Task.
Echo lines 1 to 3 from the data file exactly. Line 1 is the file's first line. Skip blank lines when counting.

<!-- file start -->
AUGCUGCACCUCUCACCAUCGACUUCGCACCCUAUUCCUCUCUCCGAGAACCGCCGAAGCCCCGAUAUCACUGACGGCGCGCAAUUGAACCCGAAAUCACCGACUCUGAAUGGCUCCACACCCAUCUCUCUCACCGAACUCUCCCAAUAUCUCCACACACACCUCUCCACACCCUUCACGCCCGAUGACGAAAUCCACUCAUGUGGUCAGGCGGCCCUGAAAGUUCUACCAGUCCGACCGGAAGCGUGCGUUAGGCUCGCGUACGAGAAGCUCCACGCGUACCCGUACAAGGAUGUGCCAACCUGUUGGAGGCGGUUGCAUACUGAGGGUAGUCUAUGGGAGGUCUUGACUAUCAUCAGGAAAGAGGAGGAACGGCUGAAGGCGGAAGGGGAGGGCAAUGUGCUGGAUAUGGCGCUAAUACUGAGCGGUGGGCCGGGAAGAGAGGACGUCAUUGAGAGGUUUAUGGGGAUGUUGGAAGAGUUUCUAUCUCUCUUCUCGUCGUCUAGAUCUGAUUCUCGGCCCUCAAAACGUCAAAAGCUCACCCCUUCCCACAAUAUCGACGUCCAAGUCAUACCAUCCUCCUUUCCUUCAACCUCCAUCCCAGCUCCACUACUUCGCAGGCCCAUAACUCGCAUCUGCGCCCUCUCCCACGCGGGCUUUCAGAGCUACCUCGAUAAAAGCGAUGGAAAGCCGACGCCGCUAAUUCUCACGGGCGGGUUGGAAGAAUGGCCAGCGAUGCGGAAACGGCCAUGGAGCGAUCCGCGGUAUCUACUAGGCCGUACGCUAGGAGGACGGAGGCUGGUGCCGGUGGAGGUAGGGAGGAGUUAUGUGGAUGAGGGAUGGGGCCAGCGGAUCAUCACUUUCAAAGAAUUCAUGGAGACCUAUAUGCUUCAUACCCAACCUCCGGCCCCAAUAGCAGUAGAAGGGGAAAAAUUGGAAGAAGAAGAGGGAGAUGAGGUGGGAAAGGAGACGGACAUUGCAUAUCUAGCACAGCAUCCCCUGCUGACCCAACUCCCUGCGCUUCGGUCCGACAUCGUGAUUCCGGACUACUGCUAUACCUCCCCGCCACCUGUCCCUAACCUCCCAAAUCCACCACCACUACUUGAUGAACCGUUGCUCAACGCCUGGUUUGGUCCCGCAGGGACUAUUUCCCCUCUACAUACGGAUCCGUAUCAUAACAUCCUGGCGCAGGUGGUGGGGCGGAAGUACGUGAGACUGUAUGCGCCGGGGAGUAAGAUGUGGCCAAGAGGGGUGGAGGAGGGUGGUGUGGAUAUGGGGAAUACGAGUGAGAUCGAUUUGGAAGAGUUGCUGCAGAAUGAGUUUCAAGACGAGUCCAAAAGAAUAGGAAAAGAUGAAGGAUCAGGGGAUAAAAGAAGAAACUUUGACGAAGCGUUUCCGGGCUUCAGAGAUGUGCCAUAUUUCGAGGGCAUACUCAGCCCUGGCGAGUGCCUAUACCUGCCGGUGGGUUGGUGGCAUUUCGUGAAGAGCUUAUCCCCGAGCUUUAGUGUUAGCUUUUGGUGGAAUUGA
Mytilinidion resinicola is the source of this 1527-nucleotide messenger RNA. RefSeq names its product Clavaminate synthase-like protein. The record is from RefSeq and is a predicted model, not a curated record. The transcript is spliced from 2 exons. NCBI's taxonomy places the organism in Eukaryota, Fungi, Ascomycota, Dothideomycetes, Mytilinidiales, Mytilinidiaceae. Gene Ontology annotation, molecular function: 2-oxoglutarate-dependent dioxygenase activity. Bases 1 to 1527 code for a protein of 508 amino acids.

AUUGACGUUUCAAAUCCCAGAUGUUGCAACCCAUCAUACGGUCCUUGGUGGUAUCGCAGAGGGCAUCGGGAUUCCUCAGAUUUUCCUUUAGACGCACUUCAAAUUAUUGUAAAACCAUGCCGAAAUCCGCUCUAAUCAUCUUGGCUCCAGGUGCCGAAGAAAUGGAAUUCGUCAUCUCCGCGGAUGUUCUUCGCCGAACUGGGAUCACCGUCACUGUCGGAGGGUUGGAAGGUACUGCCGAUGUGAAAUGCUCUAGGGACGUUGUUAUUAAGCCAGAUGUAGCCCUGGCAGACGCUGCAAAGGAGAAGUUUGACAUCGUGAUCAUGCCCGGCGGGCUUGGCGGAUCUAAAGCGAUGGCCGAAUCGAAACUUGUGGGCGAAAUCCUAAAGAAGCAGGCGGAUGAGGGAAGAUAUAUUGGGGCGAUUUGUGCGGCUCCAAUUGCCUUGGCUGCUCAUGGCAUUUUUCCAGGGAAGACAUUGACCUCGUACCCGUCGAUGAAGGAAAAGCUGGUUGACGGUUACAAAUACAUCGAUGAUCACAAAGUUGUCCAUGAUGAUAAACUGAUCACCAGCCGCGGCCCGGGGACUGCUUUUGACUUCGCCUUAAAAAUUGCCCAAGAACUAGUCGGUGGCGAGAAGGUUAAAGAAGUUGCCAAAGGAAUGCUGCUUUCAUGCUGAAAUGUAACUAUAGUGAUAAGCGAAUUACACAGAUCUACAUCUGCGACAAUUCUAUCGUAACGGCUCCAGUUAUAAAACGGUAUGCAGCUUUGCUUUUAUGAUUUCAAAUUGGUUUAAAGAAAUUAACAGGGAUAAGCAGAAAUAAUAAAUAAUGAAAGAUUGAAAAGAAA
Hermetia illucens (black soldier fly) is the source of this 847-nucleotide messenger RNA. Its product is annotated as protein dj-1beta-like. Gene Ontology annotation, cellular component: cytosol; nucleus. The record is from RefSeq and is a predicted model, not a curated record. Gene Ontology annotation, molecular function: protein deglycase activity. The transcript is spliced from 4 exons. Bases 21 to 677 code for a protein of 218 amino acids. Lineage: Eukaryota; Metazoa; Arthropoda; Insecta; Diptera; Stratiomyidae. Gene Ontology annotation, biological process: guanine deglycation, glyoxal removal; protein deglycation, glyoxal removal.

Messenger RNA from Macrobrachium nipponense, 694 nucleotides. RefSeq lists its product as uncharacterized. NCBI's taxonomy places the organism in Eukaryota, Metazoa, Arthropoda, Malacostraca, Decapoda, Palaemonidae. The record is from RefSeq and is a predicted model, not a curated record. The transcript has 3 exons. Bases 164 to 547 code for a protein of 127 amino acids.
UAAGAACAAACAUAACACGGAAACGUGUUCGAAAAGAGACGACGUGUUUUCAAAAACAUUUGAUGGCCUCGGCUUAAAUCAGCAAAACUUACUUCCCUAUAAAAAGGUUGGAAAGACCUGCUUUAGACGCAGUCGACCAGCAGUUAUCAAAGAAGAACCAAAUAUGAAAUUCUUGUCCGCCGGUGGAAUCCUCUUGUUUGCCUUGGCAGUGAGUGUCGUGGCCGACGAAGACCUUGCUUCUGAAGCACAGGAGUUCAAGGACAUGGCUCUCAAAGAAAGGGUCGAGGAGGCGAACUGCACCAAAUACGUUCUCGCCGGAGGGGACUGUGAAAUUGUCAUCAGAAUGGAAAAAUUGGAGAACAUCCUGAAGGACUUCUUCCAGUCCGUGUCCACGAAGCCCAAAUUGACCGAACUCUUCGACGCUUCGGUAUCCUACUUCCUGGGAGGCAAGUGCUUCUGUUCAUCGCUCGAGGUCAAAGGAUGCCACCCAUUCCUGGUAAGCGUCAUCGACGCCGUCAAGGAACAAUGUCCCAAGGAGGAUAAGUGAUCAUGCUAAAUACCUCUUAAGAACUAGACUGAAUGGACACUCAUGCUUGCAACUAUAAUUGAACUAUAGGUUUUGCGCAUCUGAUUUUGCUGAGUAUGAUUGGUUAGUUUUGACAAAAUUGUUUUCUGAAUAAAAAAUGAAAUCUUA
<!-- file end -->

AUGCUGCACCUCUCACCAUCGACUUCGCACCCUAUUCCUCUCUCCGAGAACCGCCGAAGCCCCGAUAUCACUGACGGCGCGCAAUUGAACCCGAAAUCACCGACUCUGAAUGGCUCCACACCCAUCUCUCUCACCGAACUCUCCCAAUAUCUCCACACACACCUCUCCACACCCUUCACGCCCGAUGACGAAAUCCACUCAUGUGGUCAGGCGGCCCUGAAAGUUCUACCAGUCCGACCGGAAGCGUGCGUUAGGCUCGCGUACGAGAAGCUCCACGCGUACCCGUACAAGGAUGUGCCAACCUGUUGGAGGCGGUUGCAUACUGAGGGUAGUCUAUGGGAGGUCUUGACUAUCAUCAGGAAAGAGGAGGAACGGCUGAAGGCGGAAGGGGAGGGCAAUGUGCUGGAUAUGGCGCUAAUACUGAGCGGUGGGCCGGGAAGAGAGGACGUCAUUGAGAGGUUUAUGGGGAUGUUGGAAGAGUUUCUAUCUCUCUUCUCGUCGUCUAGAUCUGAUUCUCGGCCCUCAAAACGUCAAAAGCUCACCCCUUCCCACAAUAUCGACGUCCAAGUCAUACCAUCCUCCUUUCCUUCAACCUCCAUCCCAGCUCCACUACUUCGCAGGCCCAUAACUCGCAUCUGCGCCCUCUCCCACGCGGGCUUUCAGAGCUACCUCGAUAAAAGCGAUGGAAAGCCGACGCCGCUAAUUCUCACGGGCGGGUUGGAAGAAUGGCCAGCGAUGCGGAAACGGCCAUGGAGCGAUCCGCGGUAUCUACUAGGCCGUACGCUAGGAGGACGGAGGCUGGUGCCGGUGGAGGUAGGGAGGAGUUAUGUGGAUGAGGGAUGGGGCCAGCGGAUCAUCACUUUCAAAGAAUUCAUGGAGACCUAUAUGCUUCAUACCCAACCUCCGGCCCCAAUAGCAGUAGAAGGGGAAAAAUUGGAAGAAGAAGAGGGAGAUGAGGUGGGAAAGGAGACGGACAUUGCAUAUCUAGCACAGCAUCCCCUGCUGACCCAACUCCCUGCGCUUCGGUCCGACAUCGUGAUUCCGGACUACUGCUAUACCUCCCCGCCACCUGUCCCUAACCUCCCAAAUCCACCACCACUACUUGAUGAACCGUUGCUCAACGCCUGGUUUGGUCCCGCAGGGACUAUUUCCCCUCUACAUACGGAUCCGUAUCAUAACAUCCUGGCGCAGGUGGUGGGGCGGAAGUACGUGAGACUGUAUGCGCCGGGGAGUAAGAUGUGGCCAAGAGGGGUGGAGGAGGGUGGUGUGGAUAUGGGGAAUACGAGUGAGAUCGAUUUGGAAGAGUUGCUGCAGAAUGAGUUUCAAGACGAGUCCAAAAGAAUAGGAAAAGAUGAAGGAUCAGGGGAUAAAAGAAGAAACUUUGACGAAGCGUUUCCGGGCUUCAGAGAUGUGCCAUAUUUCGAGGGCAUACUCAGCCCUGGCGAGUGCCUAUACCUGCCGGUGGGUUGGUGGCAUUUCGUGAAGAGCUUAUCCCCGAGCUUUAGUGUUAGCUUUUGGUGGAAUUGA
Mytilinidion resinicola is the source of this 1527-nucleotide messenger RNA. RefSeq names its product Clavaminate synthase-like protein. The record is from RefSeq and is a predicted model, not a curated record. The transcript is spliced from 2 exons. NCBI's taxonomy places the organism in Eukaryota, Fungi, Ascomycota, Dothideomycetes, Mytilinidiales, Mytilinidiaceae. Gene Ontology annotation, molecular function: 2-oxoglutarate-dependent dioxygenase activity. Bases 1 to 1527 code for a protein of 508 amino acids.

AUUGACGUUUCAAAUCCCAGAUGUUGCAACCCAUCAUACGGUCCUUGGUGGUAUCGCAGAGGGCAUCGGGAUUCCUCAGAUUUUCCUUUAGACGCACUUCAAAUUAUUGUAAAACCAUGCCGAAAUCCGCUCUAAUCAUCUUGGCUCCAGGUGCCGAAGAAAUGGAAUUCGUCAUCUCCGCGGAUGUUCUUCGCCGAACUGGGAUCACCGUCACUGUCGGAGGGUUGGAAGGUACUGCCGAUGUGAAAUGCUCUAGGGACGUUGUUAUUAAGCCAGAUGUAGCCCUGGCAGACGCUGCAAAGGAGAAGUUUGACAUCGUGAUCAUGCCCGGCGGGCUUGGCGGAUCUAAAGCGAUGGCCGAAUCGAAACUUGUGGGCGAAAUCCUAAAGAAGCAGGCGGAUGAGGGAAGAUAUAUUGGGGCGAUUUGUGCGGCUCCAAUUGCCUUGGCUGCUCAUGGCAUUUUUCCAGGGAAGACAUUGACCUCGUACCCGUCGAUGAAGGAAAAGCUGGUUGACGGUUACAAAUACAUCGAUGAUCACAAAGUUGUCCAUGAUGAUAAACUGAUCACCAGCCGCGGCCCGGGGACUGCUUUUGACUUCGCCUUAAAAAUUGCCCAAGAACUAGUCGGUGGCGAGAAGGUUAAAGAAGUUGCCAAAGGAAUGCUGCUUUCAUGCUGAAAUGUAACUAUAGUGAUAAGCGAAUUACACAGAUCUACAUCUGCGACAAUUCUAUCGUAACGGCUCCAGUUAUAAAACGGUAUGCAGCUUUGCUUUUAUGAUUUCAAAUUGGUUUAAAGAAAUUAACAGGGAUAAGCAGAAAUAAUAAAUAAUGAAAGAUUGAAAAGAAA